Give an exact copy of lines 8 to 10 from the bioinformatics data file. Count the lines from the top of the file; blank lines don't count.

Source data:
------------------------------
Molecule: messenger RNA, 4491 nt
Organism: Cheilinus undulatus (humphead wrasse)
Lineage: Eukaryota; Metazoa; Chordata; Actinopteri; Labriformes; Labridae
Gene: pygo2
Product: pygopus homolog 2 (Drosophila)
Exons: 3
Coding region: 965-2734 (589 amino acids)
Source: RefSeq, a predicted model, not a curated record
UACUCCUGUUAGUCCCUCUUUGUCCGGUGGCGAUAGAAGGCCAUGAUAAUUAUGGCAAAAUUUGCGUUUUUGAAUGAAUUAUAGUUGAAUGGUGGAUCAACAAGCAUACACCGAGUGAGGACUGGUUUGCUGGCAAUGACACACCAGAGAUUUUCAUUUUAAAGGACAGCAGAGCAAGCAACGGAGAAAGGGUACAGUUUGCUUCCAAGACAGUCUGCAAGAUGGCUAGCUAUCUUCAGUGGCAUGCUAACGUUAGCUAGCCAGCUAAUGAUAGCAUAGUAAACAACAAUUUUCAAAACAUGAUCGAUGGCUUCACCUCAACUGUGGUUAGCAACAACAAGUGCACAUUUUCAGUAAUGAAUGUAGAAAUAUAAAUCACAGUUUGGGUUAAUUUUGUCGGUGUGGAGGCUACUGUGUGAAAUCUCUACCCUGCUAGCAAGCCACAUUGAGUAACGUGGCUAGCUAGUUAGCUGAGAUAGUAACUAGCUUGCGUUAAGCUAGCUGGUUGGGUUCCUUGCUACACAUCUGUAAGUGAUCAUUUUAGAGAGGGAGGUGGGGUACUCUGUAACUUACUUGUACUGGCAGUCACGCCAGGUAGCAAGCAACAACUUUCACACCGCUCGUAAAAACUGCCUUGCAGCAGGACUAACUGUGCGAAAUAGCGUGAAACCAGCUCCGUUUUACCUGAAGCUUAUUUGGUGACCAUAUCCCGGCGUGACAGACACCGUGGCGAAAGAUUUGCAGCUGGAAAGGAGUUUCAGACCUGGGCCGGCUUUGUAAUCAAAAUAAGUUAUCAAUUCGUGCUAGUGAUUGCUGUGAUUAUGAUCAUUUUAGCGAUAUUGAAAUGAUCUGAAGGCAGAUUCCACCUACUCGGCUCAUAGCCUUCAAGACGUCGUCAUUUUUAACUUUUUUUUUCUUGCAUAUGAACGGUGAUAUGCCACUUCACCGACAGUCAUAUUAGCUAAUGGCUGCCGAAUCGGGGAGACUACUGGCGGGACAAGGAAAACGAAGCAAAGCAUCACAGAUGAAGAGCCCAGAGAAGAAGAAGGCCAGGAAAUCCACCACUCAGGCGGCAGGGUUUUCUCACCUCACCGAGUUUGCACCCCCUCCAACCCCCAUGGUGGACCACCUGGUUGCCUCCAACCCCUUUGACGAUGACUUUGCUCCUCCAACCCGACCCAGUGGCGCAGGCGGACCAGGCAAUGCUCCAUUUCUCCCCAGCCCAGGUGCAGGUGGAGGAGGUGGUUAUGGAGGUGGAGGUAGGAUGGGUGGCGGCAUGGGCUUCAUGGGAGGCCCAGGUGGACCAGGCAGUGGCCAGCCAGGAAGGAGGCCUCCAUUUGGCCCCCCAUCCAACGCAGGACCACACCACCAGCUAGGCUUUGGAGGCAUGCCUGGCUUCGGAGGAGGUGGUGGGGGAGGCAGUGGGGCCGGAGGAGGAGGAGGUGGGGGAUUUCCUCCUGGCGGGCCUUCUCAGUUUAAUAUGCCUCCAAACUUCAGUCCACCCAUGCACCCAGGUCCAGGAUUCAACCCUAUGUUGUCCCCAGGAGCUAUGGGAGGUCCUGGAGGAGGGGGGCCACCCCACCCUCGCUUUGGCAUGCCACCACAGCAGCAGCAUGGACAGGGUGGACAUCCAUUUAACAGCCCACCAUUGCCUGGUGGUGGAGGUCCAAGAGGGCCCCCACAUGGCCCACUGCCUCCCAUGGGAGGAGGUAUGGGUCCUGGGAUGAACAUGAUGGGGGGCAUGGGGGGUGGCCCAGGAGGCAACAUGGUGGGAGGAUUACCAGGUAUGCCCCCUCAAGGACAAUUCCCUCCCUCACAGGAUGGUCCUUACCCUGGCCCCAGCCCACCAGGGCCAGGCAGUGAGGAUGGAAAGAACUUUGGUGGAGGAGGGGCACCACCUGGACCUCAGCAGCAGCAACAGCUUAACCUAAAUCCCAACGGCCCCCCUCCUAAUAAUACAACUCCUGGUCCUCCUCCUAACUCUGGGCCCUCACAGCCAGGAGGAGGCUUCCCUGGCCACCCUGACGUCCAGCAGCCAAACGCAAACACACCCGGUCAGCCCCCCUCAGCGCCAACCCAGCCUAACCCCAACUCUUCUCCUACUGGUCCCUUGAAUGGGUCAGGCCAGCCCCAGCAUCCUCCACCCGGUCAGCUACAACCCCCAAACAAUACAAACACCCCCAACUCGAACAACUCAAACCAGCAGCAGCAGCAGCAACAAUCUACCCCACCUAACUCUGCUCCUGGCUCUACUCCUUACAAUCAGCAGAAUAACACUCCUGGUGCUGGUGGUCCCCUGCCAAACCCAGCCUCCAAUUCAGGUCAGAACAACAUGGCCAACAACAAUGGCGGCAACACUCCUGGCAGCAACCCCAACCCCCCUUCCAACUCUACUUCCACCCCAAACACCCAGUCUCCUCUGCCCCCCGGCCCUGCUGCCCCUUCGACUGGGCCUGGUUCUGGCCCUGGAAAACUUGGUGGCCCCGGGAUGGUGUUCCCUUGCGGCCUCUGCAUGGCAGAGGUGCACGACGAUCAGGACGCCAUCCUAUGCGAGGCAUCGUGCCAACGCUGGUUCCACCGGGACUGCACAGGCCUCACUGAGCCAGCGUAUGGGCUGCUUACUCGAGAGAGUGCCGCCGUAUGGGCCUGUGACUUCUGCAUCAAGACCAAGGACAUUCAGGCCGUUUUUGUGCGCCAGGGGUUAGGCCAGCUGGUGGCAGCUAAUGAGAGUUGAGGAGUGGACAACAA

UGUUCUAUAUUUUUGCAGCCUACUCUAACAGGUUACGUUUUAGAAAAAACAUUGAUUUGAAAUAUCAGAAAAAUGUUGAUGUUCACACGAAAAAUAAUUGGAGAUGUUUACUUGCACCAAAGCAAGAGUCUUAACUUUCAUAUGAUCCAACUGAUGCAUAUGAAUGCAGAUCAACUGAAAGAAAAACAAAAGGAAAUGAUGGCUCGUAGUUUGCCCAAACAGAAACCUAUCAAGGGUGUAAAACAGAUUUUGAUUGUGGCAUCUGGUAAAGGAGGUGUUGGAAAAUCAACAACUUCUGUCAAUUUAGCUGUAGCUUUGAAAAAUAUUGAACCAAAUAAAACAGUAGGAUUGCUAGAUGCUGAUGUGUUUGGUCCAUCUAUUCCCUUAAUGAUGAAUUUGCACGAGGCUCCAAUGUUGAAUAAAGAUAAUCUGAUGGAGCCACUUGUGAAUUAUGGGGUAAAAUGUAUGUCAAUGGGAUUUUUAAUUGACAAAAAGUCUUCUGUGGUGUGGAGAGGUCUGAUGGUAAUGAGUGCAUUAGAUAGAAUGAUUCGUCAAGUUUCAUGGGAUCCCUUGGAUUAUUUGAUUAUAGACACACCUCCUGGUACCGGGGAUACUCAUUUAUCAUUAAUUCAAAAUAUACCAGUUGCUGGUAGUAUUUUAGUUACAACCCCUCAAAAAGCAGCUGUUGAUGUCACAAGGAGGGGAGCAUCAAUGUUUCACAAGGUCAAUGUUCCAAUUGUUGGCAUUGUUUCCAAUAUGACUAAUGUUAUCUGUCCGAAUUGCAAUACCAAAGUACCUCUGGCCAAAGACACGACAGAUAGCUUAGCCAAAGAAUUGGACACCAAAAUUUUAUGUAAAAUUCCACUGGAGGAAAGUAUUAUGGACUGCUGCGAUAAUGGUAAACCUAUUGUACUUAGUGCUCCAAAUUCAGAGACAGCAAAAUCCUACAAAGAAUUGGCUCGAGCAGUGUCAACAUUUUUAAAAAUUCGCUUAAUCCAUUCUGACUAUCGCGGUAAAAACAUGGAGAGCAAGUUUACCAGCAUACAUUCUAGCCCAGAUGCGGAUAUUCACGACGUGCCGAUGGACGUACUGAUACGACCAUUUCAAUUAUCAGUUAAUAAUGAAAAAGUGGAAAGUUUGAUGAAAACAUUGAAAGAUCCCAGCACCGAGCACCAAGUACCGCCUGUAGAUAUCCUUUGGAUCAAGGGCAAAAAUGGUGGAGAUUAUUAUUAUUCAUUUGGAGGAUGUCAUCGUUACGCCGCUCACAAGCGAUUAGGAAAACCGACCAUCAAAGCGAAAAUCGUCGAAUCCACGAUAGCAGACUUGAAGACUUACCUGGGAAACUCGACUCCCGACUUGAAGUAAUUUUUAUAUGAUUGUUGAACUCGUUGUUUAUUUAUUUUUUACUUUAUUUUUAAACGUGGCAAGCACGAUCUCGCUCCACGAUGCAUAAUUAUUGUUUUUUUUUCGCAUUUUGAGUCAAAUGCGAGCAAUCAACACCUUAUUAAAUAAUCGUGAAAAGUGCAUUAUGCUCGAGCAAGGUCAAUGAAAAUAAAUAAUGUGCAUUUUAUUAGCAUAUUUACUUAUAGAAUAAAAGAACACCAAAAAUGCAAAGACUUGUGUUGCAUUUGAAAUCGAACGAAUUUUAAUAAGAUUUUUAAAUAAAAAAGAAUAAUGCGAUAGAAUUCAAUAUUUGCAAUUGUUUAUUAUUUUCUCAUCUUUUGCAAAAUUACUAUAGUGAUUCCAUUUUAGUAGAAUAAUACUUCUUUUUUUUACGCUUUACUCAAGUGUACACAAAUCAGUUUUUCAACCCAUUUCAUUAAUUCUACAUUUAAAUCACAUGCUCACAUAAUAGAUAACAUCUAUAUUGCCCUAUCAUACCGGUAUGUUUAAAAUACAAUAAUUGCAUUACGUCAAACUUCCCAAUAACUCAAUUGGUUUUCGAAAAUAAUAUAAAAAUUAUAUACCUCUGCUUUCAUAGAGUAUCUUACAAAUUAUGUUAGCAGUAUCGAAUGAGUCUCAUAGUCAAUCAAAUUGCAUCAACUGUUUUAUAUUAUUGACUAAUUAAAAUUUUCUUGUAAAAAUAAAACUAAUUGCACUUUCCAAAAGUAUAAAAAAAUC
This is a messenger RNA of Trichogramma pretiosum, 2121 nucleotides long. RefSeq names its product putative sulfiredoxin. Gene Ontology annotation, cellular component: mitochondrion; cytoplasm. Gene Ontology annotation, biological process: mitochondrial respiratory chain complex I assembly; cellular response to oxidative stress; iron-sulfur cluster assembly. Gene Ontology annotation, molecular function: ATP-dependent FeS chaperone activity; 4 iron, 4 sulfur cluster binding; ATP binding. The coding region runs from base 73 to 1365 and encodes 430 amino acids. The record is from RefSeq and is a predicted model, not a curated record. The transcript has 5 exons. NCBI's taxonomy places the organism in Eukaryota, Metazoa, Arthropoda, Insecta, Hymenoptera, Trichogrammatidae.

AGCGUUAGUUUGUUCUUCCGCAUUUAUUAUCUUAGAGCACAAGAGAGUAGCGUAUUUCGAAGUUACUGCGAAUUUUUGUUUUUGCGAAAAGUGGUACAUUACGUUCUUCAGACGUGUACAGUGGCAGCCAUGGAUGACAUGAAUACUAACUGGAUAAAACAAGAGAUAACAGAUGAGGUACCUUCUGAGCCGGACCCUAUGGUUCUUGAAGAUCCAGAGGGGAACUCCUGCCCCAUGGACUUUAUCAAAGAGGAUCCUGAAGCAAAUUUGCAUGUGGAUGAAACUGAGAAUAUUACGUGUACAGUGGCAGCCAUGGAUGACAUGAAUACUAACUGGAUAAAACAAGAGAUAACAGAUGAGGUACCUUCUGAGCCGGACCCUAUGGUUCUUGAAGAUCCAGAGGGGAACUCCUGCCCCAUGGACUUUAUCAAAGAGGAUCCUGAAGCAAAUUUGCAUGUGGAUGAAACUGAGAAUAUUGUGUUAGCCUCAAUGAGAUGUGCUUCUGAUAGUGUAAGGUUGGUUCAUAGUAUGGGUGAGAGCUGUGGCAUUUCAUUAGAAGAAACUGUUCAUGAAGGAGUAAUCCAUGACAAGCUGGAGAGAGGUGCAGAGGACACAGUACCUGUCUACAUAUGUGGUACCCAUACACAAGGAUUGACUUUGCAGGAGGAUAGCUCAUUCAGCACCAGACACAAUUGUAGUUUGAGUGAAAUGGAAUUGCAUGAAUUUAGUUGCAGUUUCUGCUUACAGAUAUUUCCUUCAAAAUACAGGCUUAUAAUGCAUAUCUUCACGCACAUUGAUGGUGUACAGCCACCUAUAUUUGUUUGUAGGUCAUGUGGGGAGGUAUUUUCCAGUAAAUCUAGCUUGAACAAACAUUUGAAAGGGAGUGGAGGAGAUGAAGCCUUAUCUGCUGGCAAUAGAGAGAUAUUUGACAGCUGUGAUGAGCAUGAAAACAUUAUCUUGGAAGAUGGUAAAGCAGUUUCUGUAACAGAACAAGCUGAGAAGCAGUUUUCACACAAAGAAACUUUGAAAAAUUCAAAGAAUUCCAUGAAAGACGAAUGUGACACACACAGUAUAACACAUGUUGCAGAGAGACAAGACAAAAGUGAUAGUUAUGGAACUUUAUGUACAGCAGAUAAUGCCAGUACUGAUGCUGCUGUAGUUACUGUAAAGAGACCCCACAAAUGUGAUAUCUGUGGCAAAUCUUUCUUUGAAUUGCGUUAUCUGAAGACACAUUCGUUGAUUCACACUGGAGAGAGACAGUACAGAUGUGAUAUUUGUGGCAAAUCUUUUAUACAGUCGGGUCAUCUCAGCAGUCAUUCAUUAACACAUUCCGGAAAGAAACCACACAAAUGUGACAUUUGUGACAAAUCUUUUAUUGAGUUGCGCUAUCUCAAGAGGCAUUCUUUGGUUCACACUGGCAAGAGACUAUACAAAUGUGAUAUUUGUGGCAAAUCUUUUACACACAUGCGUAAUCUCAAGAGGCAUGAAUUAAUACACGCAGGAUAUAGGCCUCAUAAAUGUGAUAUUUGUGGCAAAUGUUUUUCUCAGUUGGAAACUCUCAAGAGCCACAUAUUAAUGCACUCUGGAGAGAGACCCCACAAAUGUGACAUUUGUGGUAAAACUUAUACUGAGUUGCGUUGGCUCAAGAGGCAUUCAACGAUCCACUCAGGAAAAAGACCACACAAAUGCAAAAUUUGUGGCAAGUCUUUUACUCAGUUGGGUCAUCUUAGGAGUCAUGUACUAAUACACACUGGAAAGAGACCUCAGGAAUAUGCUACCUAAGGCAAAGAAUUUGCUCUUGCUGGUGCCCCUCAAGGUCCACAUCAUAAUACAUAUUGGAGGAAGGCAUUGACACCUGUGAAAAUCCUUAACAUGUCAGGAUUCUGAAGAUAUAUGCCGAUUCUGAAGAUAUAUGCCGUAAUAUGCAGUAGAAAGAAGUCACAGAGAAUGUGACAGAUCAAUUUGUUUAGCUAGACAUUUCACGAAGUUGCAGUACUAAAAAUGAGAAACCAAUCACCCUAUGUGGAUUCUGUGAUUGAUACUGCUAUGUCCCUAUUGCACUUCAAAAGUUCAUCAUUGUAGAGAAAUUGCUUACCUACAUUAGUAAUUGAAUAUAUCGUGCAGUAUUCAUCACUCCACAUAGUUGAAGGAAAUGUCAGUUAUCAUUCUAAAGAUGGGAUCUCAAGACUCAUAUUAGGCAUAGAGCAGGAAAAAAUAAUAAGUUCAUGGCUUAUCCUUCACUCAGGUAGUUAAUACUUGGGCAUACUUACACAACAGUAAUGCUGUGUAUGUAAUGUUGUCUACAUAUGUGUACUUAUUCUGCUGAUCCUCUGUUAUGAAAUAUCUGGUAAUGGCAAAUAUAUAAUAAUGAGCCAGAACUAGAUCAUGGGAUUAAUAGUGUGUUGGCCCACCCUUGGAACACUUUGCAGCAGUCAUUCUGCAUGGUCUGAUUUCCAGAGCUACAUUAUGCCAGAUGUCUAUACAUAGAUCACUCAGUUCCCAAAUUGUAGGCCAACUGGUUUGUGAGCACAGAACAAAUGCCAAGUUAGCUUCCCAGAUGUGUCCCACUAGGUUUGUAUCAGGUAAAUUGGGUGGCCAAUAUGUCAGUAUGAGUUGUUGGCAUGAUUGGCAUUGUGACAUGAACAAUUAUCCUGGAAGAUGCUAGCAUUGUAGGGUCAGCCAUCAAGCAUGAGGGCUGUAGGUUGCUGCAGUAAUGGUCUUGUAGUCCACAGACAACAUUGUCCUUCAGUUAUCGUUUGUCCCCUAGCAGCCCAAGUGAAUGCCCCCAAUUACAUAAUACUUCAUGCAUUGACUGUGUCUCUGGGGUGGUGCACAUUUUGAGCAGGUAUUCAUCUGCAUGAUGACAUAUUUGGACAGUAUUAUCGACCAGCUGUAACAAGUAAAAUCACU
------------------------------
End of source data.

Source: RefSeq, a predicted model, not a curated record
UACUCCUGUUAGUCCCUCUUUGUCCGGUGGCGAUAGAAGGCCAUGAUAAUUAUGGCAAAAUUUGCGUUUUUGAAUGAAUUAUAGUUGAAUGGUGGAUCAACAAGCAUACACCGAGUGAGGACUGGUUUGCUGGCAAUGACACACCAGAGAUUUUCAUUUUAAAGGACAGCAGAGCAAGCAACGGAGAAAGGGUACAGUUUGCUUCCAAGACAGUCUGCAAGAUGGCUAGCUAUCUUCAGUGGCAUGCUAACGUUAGCUAGCCAGCUAAUGAUAGCAUAGUAAACAACAAUUUUCAAAACAUGAUCGAUGGCUUCACCUCAACUGUGGUUAGCAACAACAAGUGCACAUUUUCAGUAAUGAAUGUAGAAAUAUAAAUCACAGUUUGGGUUAAUUUUGUCGGUGUGGAGGCUACUGUGUGAAAUCUCUACCCUGCUAGCAAGCCACAUUGAGUAACGUGGCUAGCUAGUUAGCUGAGAUAGUAACUAGCUUGCGUUAAGCUAGCUGGUUGGGUUCCUUGCUACACAUCUGUAAGUGAUCAUUUUAGAGAGGGAGGUGGGGUACUCUGUAACUUACUUGUACUGGCAGUCACGCCAGGUAGCAAGCAACAACUUUCACACCGCUCGUAAAAACUGCCUUGCAGCAGGACUAACUGUGCGAAAUAGCGUGAAACCAGCUCCGUUUUACCUGAAGCUUAUUUGGUGACCAUAUCCCGGCGUGACAGACACCGUGGCGAAAGAUUUGCAGCUGGAAAGGAGUUUCAGACCUGGGCCGGCUUUGUAAUCAAAAUAAGUUAUCAAUUCGUGCUAGUGAUUGCUGUGAUUAUGAUCAUUUUAGCGAUAUUGAAAUGAUCUGAAGGCAGAUUCCACCUACUCGGCUCAUAGCCUUCAAGACGUCGUCAUUUUUAACUUUUUUUUUCUUGCAUAUGAACGGUGAUAUGCCACUUCACCGACAGUCAUAUUAGCUAAUGGCUGCCGAAUCGGGGAGACUACUGGCGGGACAAGGAAAACGAAGCAAAGCAUCACAGAUGAAGAGCCCAGAGAAGAAGAAGGCCAGGAAAUCCACCACUCAGGCGGCAGGGUUUUCUCACCUCACCGAGUUUGCACCCCCUCCAACCCCCAUGGUGGACCACCUGGUUGCCUCCAACCCCUUUGACGAUGACUUUGCUCCUCCAACCCGACCCAGUGGCGCAGGCGGACCAGGCAAUGCUCCAUUUCUCCCCAGCCCAGGUGCAGGUGGAGGAGGUGGUUAUGGAGGUGGAGGUAGGAUGGGUGGCGGCAUGGGCUUCAUGGGAGGCCCAGGUGGACCAGGCAGUGGCCAGCCAGGAAGGAGGCCUCCAUUUGGCCCCCCAUCCAACGCAGGACCACACCACCAGCUAGGCUUUGGAGGCAUGCCUGGCUUCGGAGGAGGUGGUGGGGGAGGCAGUGGGGCCGGAGGAGGAGGAGGUGGGGGAUUUCCUCCUGGCGGGCCUUCUCAGUUUAAUAUGCCUCCAAACUUCAGUCCACCCAUGCACCCAGGUCCAGGAUUCAACCCUAUGUUGUCCCCAGGAGCUAUGGGAGGUCCUGGAGGAGGGGGGCCACCCCACCCUCGCUUUGGCAUGCCACCACAGCAGCAGCAUGGACAGGGUGGACAUCCAUUUAACAGCCCACCAUUGCCUGGUGGUGGAGGUCCAAGAGGGCCCCCACAUGGCCCACUGCCUCCCAUGGGAGGAGGUAUGGGUCCUGGGAUGAACAUGAUGGGGGGCAUGGGGGGUGGCCCAGGAGGCAACAUGGUGGGAGGAUUACCAGGUAUGCCCCCUCAAGGACAAUUCCCUCCCUCACAGGAUGGUCCUUACCCUGGCCCCAGCCCACCAGGGCCAGGCAGUGAGGAUGGAAAGAACUUUGGUGGAGGAGGGGCACCACCUGGACCUCAGCAGCAGCAACAGCUUAACCUAAAUCCCAACGGCCCCCCUCCUAAUAAUACAACUCCUGGUCCUCCUCCUAACUCUGGGCCCUCACAGCCAGGAGGAGGCUUCCCUGGCCACCCUGACGUCCAGCAGCCAAACGCAAACACACCCGGUCAGCCCCCCUCAGCGCCAACCCAGCCUAACCCCAACUCUUCUCCUACUGGUCCCUUGAAUGGGUCAGGCCAGCCCCAGCAUCCUCCACCCGGUCAGCUACAACCCCCAAACAAUACAAACACCCCCAACUCGAACAACUCAAACCAGCAGCAGCAGCAGCAACAAUCUACCCCACCUAACUCUGCUCCUGGCUCUACUCCUUACAAUCAGCAGAAUAACACUCCUGGUGCUGGUGGUCCCCUGCCAAACCCAGCCUCCAAUUCAGGUCAGAACAACAUGGCCAACAACAAUGGCGGCAACACUCCUGGCAGCAACCCCAACCCCCCUUCCAACUCUACUUCCACCCCAAACACCCAGUCUCCUCUGCCCCCCGGCCCUGCUGCCCCUUCGACUGGGCCUGGUUCUGGCCCUGGAAAACUUGGUGGCCCCGGGAUGGUGUUCCCUUGCGGCCUCUGCAUGGCAGAGGUGCACGACGAUCAGGACGCCAUCCUAUGCGAGGCAUCGUGCCAACGCUGGUUCCACCGGGACUGCACAGGCCUCACUGAGCCAGCGUAUGGGCUGCUUACUCGAGAGAGUGCCGCCGUAUGGGCCUGUGACUUCUGCAUCAAGACCAAGGACAUUCAGGCCGUUUUUGUGCGCCAGGGGUUAGGCCAGCUGGUGGCAGCUAAUGAGAGUUGAGGAGUGGACAACAA

UGUUCUAUAUUUUUGCAGCCUACUCUAACAGGUUACGUUUUAGAAAAAACAUUGAUUUGAAAUAUCAGAAAAAUGUUGAUGUUCACACGAAAAAUAAUUGGAGAUGUUUACUUGCACCAAAGCAAGAGUCUUAACUUUCAUAUGAUCCAACUGAUGCAUAUGAAUGCAGAUCAACUGAAAGAAAAACAAAAGGAAAUGAUGGCUCGUAGUUUGCCCAAACAGAAACCUAUCAAGGGUGUAAAACAGAUUUUGAUUGUGGCAUCUGGUAAAGGAGGUGUUGGAAAAUCAACAACUUCUGUCAAUUUAGCUGUAGCUUUGAAAAAUAUUGAACCAAAUAAAACAGUAGGAUUGCUAGAUGCUGAUGUGUUUGGUCCAUCUAUUCCCUUAAUGAUGAAUUUGCACGAGGCUCCAAUGUUGAAUAAAGAUAAUCUGAUGGAGCCACUUGUGAAUUAUGGGGUAAAAUGUAUGUCAAUGGGAUUUUUAAUUGACAAAAAGUCUUCUGUGGUGUGGAGAGGUCUGAUGGUAAUGAGUGCAUUAGAUAGAAUGAUUCGUCAAGUUUCAUGGGAUCCCUUGGAUUAUUUGAUUAUAGACACACCUCCUGGUACCGGGGAUACUCAUUUAUCAUUAAUUCAAAAUAUACCAGUUGCUGGUAGUAUUUUAGUUACAACCCCUCAAAAAGCAGCUGUUGAUGUCACAAGGAGGGGAGCAUCAAUGUUUCACAAGGUCAAUGUUCCAAUUGUUGGCAUUGUUUCCAAUAUGACUAAUGUUAUCUGUCCGAAUUGCAAUACCAAAGUACCUCUGGCCAAAGACACGACAGAUAGCUUAGCCAAAGAAUUGGACACCAAAAUUUUAUGUAAAAUUCCACUGGAGGAAAGUAUUAUGGACUGCUGCGAUAAUGGUAAACCUAUUGUACUUAGUGCUCCAAAUUCAGAGACAGCAAAAUCCUACAAAGAAUUGGCUCGAGCAGUGUCAACAUUUUUAAAAAUUCGCUUAAUCCAUUCUGACUAUCGCGGUAAAAACAUGGAGAGCAAGUUUACCAGCAUACAUUCUAGCCCAGAUGCGGAUAUUCACGACGUGCCGAUGGACGUACUGAUACGACCAUUUCAAUUAUCAGUUAAUAAUGAAAAAGUGGAAAGUUUGAUGAAAACAUUGAAAGAUCCCAGCACCGAGCACCAAGUACCGCCUGUAGAUAUCCUUUGGAUCAAGGGCAAAAAUGGUGGAGAUUAUUAUUAUUCAUUUGGAGGAUGUCAUCGUUACGCCGCUCACAAGCGAUUAGGAAAACCGACCAUCAAAGCGAAAAUCGUCGAAUCCACGAUAGCAGACUUGAAGACUUACCUGGGAAACUCGACUCCCGACUUGAAGUAAUUUUUAUAUGAUUGUUGAACUCGUUGUUUAUUUAUUUUUUACUUUAUUUUUAAACGUGGCAAGCACGAUCUCGCUCCACGAUGCAUAAUUAUUGUUUUUUUUUCGCAUUUUGAGUCAAAUGCGAGCAAUCAACACCUUAUUAAAUAAUCGUGAAAAGUGCAUUAUGCUCGAGCAAGGUCAAUGAAAAUAAAUAAUGUGCAUUUUAUUAGCAUAUUUACUUAUAGAAUAAAAGAACACCAAAAAUGCAAAGACUUGUGUUGCAUUUGAAAUCGAACGAAUUUUAAUAAGAUUUUUAAAUAAAAAAGAAUAAUGCGAUAGAAUUCAAUAUUUGCAAUUGUUUAUUAUUUUCUCAUCUUUUGCAAAAUUACUAUAGUGAUUCCAUUUUAGUAGAAUAAUACUUCUUUUUUUUACGCUUUACUCAAGUGUACACAAAUCAGUUUUUCAACCCAUUUCAUUAAUUCUACAUUUAAAUCACAUGCUCACAUAAUAGAUAACAUCUAUAUUGCCCUAUCAUACCGGUAUGUUUAAAAUACAAUAAUUGCAUUACGUCAAACUUCCCAAUAACUCAAUUGGUUUUCGAAAAUAAUAUAAAAAUUAUAUACCUCUGCUUUCAUAGAGUAUCUUACAAAUUAUGUUAGCAGUAUCGAAUGAGUCUCAUAGUCAAUCAAAUUGCAUCAACUGUUUUAUAUUAUUGACUAAUUAAAAUUUUCUUGUAAAAAUAAAACUAAUUGCACUUUCCAAAAGUAUAAAAAAAUC